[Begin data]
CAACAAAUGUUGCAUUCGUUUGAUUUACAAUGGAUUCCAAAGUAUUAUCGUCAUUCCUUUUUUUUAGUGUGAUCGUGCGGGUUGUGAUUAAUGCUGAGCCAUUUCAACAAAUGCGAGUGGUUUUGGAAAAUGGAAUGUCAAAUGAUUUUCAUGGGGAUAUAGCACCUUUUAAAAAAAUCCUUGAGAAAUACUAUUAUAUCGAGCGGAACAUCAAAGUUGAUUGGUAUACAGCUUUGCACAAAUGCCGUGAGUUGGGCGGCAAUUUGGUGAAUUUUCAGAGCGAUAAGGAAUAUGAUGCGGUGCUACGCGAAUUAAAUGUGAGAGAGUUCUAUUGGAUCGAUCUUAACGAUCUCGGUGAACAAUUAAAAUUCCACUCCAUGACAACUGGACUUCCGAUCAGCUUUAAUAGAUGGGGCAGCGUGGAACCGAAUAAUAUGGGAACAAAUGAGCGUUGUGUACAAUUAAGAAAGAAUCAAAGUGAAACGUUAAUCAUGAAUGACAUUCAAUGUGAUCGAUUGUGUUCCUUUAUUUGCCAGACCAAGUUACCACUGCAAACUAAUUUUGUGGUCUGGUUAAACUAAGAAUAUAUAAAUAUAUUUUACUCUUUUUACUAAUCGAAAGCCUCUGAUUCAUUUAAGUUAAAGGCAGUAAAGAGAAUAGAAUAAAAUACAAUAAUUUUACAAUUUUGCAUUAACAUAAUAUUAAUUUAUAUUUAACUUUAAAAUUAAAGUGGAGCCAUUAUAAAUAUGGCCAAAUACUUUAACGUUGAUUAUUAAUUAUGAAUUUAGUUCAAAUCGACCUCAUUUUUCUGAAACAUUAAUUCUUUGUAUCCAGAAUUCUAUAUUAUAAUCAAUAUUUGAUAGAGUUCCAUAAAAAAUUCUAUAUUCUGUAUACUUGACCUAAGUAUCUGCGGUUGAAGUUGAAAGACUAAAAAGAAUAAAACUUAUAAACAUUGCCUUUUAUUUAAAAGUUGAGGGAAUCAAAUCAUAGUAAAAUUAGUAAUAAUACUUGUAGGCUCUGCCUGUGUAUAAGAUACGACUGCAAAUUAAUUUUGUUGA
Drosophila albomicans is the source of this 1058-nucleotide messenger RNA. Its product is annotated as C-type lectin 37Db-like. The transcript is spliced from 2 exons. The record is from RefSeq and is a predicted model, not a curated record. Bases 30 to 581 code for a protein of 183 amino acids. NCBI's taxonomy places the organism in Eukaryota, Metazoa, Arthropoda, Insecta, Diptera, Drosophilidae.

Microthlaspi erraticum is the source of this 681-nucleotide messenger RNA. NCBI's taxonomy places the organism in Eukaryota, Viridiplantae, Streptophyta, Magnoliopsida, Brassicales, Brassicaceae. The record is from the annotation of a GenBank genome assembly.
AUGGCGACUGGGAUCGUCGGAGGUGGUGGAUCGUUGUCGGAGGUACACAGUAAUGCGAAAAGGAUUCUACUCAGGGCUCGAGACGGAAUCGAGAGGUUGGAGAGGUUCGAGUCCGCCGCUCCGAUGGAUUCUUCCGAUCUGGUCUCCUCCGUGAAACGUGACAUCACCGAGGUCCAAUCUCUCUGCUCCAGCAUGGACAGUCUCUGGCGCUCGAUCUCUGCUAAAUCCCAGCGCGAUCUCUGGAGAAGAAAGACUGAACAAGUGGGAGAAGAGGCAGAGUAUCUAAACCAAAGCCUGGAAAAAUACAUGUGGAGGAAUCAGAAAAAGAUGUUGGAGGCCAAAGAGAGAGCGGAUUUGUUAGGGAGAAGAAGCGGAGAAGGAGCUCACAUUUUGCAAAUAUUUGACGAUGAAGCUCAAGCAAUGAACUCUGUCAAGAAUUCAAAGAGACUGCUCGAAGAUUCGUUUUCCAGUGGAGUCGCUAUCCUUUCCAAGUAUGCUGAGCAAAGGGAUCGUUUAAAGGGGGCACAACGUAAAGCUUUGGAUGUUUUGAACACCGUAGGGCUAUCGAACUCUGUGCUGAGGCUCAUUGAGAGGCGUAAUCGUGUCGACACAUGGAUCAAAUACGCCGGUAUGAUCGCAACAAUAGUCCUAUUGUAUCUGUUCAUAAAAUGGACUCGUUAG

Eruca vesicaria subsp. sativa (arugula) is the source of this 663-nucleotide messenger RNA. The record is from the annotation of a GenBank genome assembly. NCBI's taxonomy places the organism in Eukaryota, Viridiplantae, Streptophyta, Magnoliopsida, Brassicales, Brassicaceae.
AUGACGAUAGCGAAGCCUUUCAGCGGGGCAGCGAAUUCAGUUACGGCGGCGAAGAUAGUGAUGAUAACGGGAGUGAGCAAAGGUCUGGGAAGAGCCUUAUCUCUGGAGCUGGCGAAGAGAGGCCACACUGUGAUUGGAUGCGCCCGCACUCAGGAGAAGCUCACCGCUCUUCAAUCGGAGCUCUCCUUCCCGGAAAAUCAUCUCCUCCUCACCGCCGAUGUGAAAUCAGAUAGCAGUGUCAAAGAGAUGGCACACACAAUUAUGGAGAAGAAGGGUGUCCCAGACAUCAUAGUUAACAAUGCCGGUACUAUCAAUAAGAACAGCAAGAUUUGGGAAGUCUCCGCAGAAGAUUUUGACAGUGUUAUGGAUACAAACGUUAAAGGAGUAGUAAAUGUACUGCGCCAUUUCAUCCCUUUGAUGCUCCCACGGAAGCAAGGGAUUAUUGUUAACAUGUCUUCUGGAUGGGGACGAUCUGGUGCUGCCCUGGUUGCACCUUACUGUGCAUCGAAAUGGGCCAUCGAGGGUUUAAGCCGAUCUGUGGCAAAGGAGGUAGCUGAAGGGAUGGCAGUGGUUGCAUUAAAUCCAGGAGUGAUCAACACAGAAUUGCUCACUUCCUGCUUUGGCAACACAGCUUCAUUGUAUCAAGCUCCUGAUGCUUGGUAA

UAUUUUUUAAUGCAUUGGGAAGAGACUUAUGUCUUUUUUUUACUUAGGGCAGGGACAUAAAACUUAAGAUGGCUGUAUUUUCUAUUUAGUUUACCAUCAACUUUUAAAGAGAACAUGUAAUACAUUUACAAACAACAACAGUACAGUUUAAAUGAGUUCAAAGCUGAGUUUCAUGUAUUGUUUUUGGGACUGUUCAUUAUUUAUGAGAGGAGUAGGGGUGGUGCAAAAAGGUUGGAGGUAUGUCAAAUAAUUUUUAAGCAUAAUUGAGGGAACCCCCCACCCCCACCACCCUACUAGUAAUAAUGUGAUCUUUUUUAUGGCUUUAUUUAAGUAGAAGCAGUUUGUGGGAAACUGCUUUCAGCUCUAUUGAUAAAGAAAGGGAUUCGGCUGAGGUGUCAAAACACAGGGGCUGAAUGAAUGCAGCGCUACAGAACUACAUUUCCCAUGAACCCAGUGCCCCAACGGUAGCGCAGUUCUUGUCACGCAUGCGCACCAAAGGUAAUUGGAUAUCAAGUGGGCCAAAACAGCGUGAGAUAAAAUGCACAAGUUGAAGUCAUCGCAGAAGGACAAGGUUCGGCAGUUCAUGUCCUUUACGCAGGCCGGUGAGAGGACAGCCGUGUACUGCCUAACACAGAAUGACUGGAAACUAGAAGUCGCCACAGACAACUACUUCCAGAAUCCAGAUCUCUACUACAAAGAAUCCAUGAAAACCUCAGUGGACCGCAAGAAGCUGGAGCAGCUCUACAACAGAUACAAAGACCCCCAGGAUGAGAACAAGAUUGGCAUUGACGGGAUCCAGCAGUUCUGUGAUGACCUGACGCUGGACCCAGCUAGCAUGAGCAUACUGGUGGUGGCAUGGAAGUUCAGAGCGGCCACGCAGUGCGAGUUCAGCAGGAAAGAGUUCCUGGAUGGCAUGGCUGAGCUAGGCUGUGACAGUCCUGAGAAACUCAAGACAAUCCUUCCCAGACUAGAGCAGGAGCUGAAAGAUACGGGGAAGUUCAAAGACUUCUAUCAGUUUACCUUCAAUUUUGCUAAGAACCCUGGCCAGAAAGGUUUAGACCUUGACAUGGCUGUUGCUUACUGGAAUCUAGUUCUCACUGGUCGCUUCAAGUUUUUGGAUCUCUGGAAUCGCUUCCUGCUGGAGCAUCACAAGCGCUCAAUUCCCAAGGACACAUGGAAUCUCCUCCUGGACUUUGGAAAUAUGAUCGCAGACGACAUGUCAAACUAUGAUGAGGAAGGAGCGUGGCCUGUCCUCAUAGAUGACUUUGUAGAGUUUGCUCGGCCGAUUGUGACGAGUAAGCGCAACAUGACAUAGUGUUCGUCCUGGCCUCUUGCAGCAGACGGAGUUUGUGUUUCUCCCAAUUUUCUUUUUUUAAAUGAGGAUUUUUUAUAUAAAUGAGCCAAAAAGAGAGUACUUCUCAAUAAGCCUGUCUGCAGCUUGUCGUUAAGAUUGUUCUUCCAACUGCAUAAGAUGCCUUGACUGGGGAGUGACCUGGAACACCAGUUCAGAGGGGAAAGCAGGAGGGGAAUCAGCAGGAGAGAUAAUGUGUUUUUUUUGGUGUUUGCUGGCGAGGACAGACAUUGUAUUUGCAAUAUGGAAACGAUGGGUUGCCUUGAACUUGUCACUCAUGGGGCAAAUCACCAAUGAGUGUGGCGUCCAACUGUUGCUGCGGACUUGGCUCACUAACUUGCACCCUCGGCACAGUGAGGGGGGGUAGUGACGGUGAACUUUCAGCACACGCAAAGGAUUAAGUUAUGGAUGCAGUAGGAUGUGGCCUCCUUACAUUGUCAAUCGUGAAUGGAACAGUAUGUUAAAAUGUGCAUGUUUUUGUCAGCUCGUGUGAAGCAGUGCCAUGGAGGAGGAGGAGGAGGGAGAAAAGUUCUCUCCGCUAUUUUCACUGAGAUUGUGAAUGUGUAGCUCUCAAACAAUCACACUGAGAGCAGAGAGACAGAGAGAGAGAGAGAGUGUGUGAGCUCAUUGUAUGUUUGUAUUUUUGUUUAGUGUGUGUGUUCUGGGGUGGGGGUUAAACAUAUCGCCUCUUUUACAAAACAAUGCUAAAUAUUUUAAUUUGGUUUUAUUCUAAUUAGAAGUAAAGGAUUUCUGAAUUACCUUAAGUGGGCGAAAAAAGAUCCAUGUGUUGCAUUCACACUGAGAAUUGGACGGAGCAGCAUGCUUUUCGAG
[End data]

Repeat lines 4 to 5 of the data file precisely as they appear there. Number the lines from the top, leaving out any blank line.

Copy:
AUGGCGACUGGGAUCGUCGGAGGUGGUGGAUCGUUGUCGGAGGUACACAGUAAUGCGAAAAGGAUUCUACUCAGGGCUCGAGACGGAAUCGAGAGGUUGGAGAGGUUCGAGUCCGCCGCUCCGAUGGAUUCUUCCGAUCUGGUCUCCUCCGUGAAACGUGACAUCACCGAGGUCCAAUCUCUCUGCUCCAGCAUGGACAGUCUCUGGCGCUCGAUCUCUGCUAAAUCCCAGCGCGAUCUCUGGAGAAGAAAGACUGAACAAGUGGGAGAAGAGGCAGAGUAUCUAAACCAAAGCCUGGAAAAAUACAUGUGGAGGAAUCAGAAAAAGAUGUUGGAGGCCAAAGAGAGAGCGGAUUUGUUAGGGAGAAGAAGCGGAGAAGGAGCUCACAUUUUGCAAAUAUUUGACGAUGAAGCUCAAGCAAUGAACUCUGUCAAGAAUUCAAAGAGACUGCUCGAAGAUUCGUUUUCCAGUGGAGUCGCUAUCCUUUCCAAGUAUGCUGAGCAAAGGGAUCGUUUAAAGGGGGCACAACGUAAAGCUUUGGAUGUUUUGAACACCGUAGGGCUAUCGAACUCUGUGCUGAGGCUCAUUGAGAGGCGUAAUCGUGUCGACACAUGGAUCAAAUACGCCGGUAUGAUCGCAACAAUAGUCCUAUUGUAUCUGUUCAUAAAAUGGACUCGUUAG

Eruca vesicaria subsp. sativa (arugula) is the source of this 663-nucleotide messenger RNA. The record is from the annotation of a GenBank genome assembly. NCBI's taxonomy places the organism in Eukaryota, Viridiplantae, Streptophyta, Magnoliopsida, Brassicales, Brassicaceae.